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Navigating Deceased Estates In South Africa: A Comprehensive Guide


The Passing of a loved one is an emotionally challenging time, and dealing with their estate adds a layer of complexity to an already difficult situation. In South Africa, the process of managing the assets and liabilities of a deceased individual, known as a deceased estate, is governed by a well-defined legal framework. This article serves as a comprehensive guide to understanding the intricacies of deceased estates in South Africa, offering insights into the key steps, roles and responsibilities involved.

The Role of the Executor:

Central to the administration of a deceased estate is the role of the executor. An executor is a person appointed by the deceased’s will or by the Master of the High Court to oversee the winding up of the estate. Their duties include:

  1. Identifying Assets and Liabilities: The executor is tasked with compiling a comprehensive inventory of the deceased’s assets and liabilities. This involved locating bank accounts, investments, property and any outstanding debts.
  2. Notifying Creditors and Beneficiaries: Creditors must be notified of the deceased’s passing, allowing them to submit claims against the estate. Similarly, beneficiaries named in the will or those entitled by law must be informed of their potential inheritance.
  3. Applying for Letters of Executorship / Authority: The executor must apply for a letter of executorship in an estate that exceeds R 250 000.00 in asset value and a letter of authority in an estate less than R 250 000.00 in asset value from the Master of the High Court. These letters grant legal authority to administer the deceased estate.
  4. Valuation and Distribution: The executor is responsible for valuing assets, settling debts, and distributing the remaining estate to beneficiaries as outlined in the will or by law.
  5. Estate Duty and Taxes: The executor must calculate and pay any applicable estate duty and taxes on behalf of the estate.

Legal Procedures and Requirements:

  1. Reporting the Estate: Within 14 days of the executor’s appointment, a section 29 advertisement must be placed in the government gazette and a local newspaper to inform creditors and interested parties about the estate using the J187 form.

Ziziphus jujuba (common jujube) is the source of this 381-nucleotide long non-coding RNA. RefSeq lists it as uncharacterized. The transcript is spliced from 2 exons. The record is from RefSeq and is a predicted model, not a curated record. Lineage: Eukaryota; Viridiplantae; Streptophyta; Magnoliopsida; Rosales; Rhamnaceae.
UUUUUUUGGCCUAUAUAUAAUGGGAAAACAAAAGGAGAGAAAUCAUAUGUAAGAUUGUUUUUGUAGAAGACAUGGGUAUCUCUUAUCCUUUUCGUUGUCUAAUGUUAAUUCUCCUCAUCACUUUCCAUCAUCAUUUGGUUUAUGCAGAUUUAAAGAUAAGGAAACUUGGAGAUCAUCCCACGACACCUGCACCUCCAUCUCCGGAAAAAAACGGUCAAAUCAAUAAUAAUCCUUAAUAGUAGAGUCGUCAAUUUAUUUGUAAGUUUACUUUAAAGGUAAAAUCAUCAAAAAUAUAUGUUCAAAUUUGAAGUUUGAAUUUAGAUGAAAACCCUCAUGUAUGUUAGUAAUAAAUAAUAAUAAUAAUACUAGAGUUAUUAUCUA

• Master’s Fees: The estate is subject to Master’s fees, which are calculated based on the gross value of the estate’s assets. The fees are calculated as follows: A minimum of R600 for all estates valued from R250 000.00 up to R400 000.00; An additional R200 for every R100 000.00 above R400 0000.00 up to a maximum fee of R7000.00. CLICK HERE TO VIEW FULL FEES
  1. Estate Duty: If the estate’s value exceeds a certain threshold, estate duty (similar to inheritance tax) may be applicable. Currently estate duty is levied at the rate of 20% on the net asset value in an estate that exceeds R3.5 million, with an estate where the said net asset value exceeds R30 million, being liable for 25% estate duty on the balance exceeding R30 million. Proper assessment and payment of this duty are the executor’s responsibility.
  2. Liquidation and Distribution Account: The executor prepares a liquidation and distribution account in estates exceeding R 250 000.00 in asset value, which details all assets, liabilities, and distributions. This account is submitted to the Master of the High Court for approval.
  3. Claims and Disputes: Creditors have 30 days from the publication of the section 35 advertisement, using the J193 form, in the newspaper and government gazette to submit their claims. Disputes and claims against the estate must be resolved before the distribution of assets.


Navigating deceased estates in South Africa is a process that demands meticulous attention to detail, adherence to legal requirements, and a deep understanding of financial matters. Executors shoulder a significant responsibility in ensuring that the wishes of the deceased are carried out, debts are settled, and assets are distributed fairly and efficiently. For those facing the complexities of managing a deceased estate, seeking the guidance of experienced legal professions can provide much-needed  support during a challenging time. By adhering to the established legal procedures and fulfilling their fiduciary duties, executors play a vital role in facilitating a smooth transition of assets while honoring the memory of the departed.